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Tweeting Our Way Out of Oil Addiction

February 3rd, 2010

The year was 1987. Ronald Reagan was president, The Simpsons appeared on TV for the first time, and disposable contact lenses became commercially available.  …That was also the year I became a licensed driver.

When I was a teenager, reaching the age of licensedom was the most anticipated and celebrated event in a young man’s life.  No more having your parents shuttle you to meet your friends – or your date – on a Saturday night.  With that little piece of plastic, you could go wherever you wanted, whenever you wanted … as long as it was before dark.  (You had to wait another year for completely unrestricted driving privileges.)

According to a story last week in the Washington Post, the trend of teenagers applying for a driver’s license as soon as the clock strikes “16 years” may be changing.  According to the story, in 1998 nearly 45% of 16-year-olds got their driver’s license.  In 2008, that percentage had dropped to just over 30%.

Why the apparent decline in interest among teens to jump in their car and drive?  Well, according to the Washington Post story, one contributing factor is social networking.  Back in the day, if we wanted to … social network … with our friends, we had to go see them.  In a pinch, we could talk on the phone.  (Three-way calling was cutting-edge technology!)  But then mom would have to use the phone, so we’d have to to hang up – and break the 3-way-calling-chain that had connected all of our friends.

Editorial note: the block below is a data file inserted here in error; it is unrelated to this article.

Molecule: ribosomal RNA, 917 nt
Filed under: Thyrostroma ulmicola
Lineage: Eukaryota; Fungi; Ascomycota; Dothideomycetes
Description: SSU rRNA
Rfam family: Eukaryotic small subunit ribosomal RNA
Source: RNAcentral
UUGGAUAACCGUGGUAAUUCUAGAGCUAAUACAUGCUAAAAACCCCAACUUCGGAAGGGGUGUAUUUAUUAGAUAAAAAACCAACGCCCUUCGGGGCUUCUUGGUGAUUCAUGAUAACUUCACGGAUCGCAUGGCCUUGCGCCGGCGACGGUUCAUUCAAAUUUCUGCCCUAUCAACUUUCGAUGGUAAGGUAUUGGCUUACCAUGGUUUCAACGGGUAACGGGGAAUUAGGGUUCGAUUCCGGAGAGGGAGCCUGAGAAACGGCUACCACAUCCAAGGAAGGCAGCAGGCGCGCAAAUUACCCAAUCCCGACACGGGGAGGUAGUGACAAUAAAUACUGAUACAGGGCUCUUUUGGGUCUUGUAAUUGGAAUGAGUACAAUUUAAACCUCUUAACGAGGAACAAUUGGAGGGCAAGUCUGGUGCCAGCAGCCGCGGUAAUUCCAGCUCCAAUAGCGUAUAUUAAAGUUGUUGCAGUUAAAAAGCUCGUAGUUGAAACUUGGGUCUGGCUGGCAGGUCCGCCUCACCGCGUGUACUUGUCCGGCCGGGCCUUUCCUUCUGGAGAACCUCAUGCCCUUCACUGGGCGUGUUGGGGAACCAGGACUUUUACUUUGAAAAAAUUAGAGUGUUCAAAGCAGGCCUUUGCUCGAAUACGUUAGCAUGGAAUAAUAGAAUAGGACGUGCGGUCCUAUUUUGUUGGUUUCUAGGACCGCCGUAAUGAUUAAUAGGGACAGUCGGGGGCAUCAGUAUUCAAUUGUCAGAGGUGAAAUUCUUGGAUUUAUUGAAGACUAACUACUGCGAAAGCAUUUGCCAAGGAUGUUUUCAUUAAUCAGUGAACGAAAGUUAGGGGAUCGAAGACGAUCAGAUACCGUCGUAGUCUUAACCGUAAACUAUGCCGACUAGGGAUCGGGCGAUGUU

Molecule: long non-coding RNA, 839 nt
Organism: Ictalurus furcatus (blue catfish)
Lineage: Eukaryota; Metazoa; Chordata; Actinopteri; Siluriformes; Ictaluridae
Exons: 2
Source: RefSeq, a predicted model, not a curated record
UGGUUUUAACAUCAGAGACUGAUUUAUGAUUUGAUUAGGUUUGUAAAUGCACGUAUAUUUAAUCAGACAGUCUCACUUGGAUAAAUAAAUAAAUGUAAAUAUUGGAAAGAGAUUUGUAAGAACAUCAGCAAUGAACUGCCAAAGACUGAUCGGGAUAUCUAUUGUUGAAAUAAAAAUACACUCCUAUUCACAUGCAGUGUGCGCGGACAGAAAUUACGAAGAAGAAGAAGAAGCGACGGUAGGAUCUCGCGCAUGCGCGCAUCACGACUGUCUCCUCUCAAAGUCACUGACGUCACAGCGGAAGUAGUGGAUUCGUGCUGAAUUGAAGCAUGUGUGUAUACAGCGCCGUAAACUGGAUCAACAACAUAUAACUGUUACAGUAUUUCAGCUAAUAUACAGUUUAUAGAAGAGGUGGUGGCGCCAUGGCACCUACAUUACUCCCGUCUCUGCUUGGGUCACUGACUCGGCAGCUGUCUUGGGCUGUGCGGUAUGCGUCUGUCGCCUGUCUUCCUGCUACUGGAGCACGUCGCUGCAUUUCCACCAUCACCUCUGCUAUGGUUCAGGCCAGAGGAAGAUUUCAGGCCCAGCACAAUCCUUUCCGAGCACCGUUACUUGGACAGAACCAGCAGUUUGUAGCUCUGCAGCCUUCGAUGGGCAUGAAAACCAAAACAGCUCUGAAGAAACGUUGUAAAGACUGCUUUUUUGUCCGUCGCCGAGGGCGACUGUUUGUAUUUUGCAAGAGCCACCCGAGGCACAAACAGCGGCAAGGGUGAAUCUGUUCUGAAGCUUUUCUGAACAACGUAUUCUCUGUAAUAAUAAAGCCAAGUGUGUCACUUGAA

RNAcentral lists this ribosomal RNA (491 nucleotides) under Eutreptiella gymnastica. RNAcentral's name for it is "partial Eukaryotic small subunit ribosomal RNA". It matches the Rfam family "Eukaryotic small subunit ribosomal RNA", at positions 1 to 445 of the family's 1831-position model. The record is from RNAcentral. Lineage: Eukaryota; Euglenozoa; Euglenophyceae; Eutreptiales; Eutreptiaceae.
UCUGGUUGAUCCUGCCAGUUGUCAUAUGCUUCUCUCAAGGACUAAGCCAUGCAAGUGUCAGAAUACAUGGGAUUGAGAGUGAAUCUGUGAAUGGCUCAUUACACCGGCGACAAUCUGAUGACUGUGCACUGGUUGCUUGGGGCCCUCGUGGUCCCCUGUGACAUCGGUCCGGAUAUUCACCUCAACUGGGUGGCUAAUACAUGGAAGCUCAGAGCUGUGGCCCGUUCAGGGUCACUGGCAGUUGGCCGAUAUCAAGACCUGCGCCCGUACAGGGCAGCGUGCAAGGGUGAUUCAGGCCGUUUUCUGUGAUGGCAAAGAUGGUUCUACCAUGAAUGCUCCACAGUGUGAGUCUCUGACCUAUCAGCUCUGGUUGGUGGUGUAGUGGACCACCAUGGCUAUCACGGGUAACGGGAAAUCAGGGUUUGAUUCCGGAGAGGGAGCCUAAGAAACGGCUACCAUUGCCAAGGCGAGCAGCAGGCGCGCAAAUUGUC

Since then, we’ve seen cell-phones, broadband, and social networking come into existence and become mainstream.  Teens spend countless hours on Facebook, Twitter, and texting (or otherwise instant-messaging) with their friends.  And when they do this, they’re not driving.  (Well, OK, some of them do text-and-drive.  Which is dangerous. And hard.)  In fact, some teens would actually prefer to be chauffeured around by dear old mom and dad simply so they can continue to OMG and LOL with their BFF!

When a friend of mine recently told me he offered his teenage daughter a choice – a new car, or an iphone … and she chose the iphone, I began thinking, “I wonder what the impact that this phenomenon might have on the amount of fuel we use in our cars is, compared to the impact of, say, hybrid vehicles.”  Let’s assume there are about 10-million teenage drivers in the U.S. – a reasonable guess.  Assuming about 2.5-million of these are 16 years old, then the Washington Post article suggests that about 375,000 of these kids who would’ve gotten their licenses 20 years ago now choose not to.  If each of these kids would have otherwise driven 10,000 miles a year at an average of 25 mpg, that’s about 150-million gallons of gasoline per year that we’ve avoided burning.  Conversely, if Facebook didn’t exist and these kids still got their license and all drove 45 mpg Prius’s (without the faulty accelerator), then we’d only save about 67-million gallons of gasoline each year (compared to the 25 mpg baseline).  Wow.

OK, so my assumptions are arguably faulty.  But, they’re based in reality. And the conclusion? Twitter is more than twice as effective as hybrid technology at reducing fuel use in vehicles.

You heard it here first, folks.  But please – don’t retweet it.

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